Maryland officials plan to target air pollution, improve wildlife habitat and promote public participation during the coming year as part of the state's effort to clean up the Chesapeake Bay.

Most of the items outlined recently by Gov. William Donald Schaefer in Maryland's 1991 Chesapeake Bay Agenda involve building cooperation for action between governments, citizens and businesses, rather than calling for expensive new programs.

"We cannot let tough budget times be an excuse for not continuing our progress," Schaefer said. "We must be smarter and more resourceful to make our dollars go the extra mile to restore the Bay."

Maryland's 1991 program will emphasize four general categories: controlling pollution; creating wildlife habitat; promoting growth management; and increasing citizen involvement. Dozens of individual action items are included in the plan.

Among the actions called for is the creation of a Comprehensive Permit Review which would allow state regulators to take a look at an entire project or facility and determine what actions are needed to protect natural resources rather than having individual reviews for air, water, and other required permits.

The program also calls for increased emphasis on pollution prevention, including the use of tax incentives and fees to promote the minimization of waste from industry and the creation of a clearinghouse through which business and government can exchange information about pollution prevention techniques.

Among other goals, the plan calls for:

  • Increasing permit compliance at small municipal wastewater treatment plants and industrial facilities (those which discharge less than 1 million gallons of water daily) to 95 percent. The current compliance rate is about 90 percent.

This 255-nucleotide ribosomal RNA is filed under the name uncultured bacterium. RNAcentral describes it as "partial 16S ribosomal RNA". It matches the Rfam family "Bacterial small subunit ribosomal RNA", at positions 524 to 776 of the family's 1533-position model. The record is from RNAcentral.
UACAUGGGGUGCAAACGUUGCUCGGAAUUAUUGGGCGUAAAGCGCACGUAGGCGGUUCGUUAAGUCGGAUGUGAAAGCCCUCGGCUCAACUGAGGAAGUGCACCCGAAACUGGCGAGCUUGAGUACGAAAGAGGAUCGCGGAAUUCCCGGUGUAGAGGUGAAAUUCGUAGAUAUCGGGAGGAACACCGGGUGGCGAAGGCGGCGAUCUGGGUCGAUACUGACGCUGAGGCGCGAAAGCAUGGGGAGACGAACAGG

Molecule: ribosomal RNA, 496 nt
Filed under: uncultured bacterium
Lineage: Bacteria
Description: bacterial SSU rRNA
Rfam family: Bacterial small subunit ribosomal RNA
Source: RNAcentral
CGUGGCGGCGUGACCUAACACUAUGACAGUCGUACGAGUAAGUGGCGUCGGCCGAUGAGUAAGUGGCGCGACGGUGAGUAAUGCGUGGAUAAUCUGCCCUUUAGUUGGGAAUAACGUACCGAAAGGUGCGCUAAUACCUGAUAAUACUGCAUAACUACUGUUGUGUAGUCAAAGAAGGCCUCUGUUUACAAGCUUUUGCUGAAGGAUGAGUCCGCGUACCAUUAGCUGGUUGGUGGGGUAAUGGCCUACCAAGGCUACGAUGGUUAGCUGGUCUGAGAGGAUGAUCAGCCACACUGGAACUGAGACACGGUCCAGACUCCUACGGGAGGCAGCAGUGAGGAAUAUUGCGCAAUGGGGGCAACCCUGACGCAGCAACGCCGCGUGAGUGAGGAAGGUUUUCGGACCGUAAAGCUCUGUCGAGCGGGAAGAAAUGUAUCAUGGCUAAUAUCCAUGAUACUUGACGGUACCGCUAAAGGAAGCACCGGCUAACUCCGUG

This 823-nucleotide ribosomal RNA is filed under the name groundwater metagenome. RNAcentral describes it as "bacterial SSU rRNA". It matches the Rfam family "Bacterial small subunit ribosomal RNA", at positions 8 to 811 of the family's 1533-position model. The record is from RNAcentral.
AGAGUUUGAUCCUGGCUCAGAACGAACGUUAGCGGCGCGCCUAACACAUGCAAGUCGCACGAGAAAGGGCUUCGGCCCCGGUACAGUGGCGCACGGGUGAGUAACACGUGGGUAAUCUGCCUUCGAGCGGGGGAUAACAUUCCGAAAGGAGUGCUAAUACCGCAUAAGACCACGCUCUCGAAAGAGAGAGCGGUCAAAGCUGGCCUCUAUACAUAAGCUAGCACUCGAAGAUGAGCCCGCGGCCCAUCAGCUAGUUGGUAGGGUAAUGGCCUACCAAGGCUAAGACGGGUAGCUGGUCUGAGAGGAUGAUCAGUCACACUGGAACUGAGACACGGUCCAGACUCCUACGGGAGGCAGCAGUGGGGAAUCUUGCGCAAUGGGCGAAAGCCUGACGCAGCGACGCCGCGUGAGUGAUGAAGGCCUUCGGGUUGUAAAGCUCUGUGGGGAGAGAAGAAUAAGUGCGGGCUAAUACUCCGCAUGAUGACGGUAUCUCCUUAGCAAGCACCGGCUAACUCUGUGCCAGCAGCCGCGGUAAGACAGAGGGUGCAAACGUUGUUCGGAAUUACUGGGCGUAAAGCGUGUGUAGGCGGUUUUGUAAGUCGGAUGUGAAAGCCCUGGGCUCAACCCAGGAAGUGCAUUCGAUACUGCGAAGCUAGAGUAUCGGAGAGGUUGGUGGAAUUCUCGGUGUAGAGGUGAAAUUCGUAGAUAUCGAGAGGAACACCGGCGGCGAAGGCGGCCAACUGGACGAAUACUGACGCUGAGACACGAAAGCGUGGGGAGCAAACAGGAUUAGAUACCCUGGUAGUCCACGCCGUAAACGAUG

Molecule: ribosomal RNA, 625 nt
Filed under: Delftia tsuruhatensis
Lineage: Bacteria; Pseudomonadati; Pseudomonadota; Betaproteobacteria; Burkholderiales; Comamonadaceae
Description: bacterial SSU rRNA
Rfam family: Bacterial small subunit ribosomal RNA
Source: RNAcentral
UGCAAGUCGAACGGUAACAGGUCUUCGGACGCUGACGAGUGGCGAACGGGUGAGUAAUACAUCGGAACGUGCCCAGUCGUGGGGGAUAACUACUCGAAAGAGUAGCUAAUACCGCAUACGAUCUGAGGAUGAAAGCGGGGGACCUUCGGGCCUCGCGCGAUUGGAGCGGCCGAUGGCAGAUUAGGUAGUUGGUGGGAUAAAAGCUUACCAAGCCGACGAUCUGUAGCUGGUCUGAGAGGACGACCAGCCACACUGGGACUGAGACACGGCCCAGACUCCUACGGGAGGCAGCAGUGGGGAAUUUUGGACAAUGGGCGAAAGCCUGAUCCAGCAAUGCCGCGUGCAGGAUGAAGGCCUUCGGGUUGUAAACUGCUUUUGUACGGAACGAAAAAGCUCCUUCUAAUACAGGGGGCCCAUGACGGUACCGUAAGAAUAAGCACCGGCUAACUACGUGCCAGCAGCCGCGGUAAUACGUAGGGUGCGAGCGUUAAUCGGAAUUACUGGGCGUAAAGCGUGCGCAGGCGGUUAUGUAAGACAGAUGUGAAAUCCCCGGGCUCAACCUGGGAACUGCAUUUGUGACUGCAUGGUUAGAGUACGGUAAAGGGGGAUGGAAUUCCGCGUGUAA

• Reducing airborne pollution to the Bay, particularly emissions of oxides of nitrogen which add nutrients to the Chesapeake, by working with other states in the region to encourage tougher vehicle emission standards like those used in California. The state also plans transportation improvements in the Baltimore-Washington corridor to reduce pollution, and will expand its vehicle emissions inspection program.
  • Creating new wildlife habitat by encouraging habitat creation on private land; using clean dredge materials to create new habitat such as wetlands; and by creating 'Habitat Teams' that will combine efforts of citizens, businesses, with those of state and local officials to improve habitat in several designated areas.
  • Building consensus for managing growth by supporting workshops, and by working with legislators, local government officials, business leaders and others to raise awareness of the impact of growth and development on both the quality of life and the Bay.
  • Increasing public understanding of issues and involvement in environmental solutions by providing information about actions they can take around the home; encouraging citizens to report suspected environmental problems; encouraging 'Environmental Town Meetings' between citizens and local officials; and conducting a 'Breath Easy Week' to demonstrate the clean air benefits of reduced auto use. Also, the state plans initiatives to increase minority participation in environmental careers and to promote international environmental cooperation to solve problems which will involve hosting an international conference on 'Environmental Management of Coastal Seas' during 1993.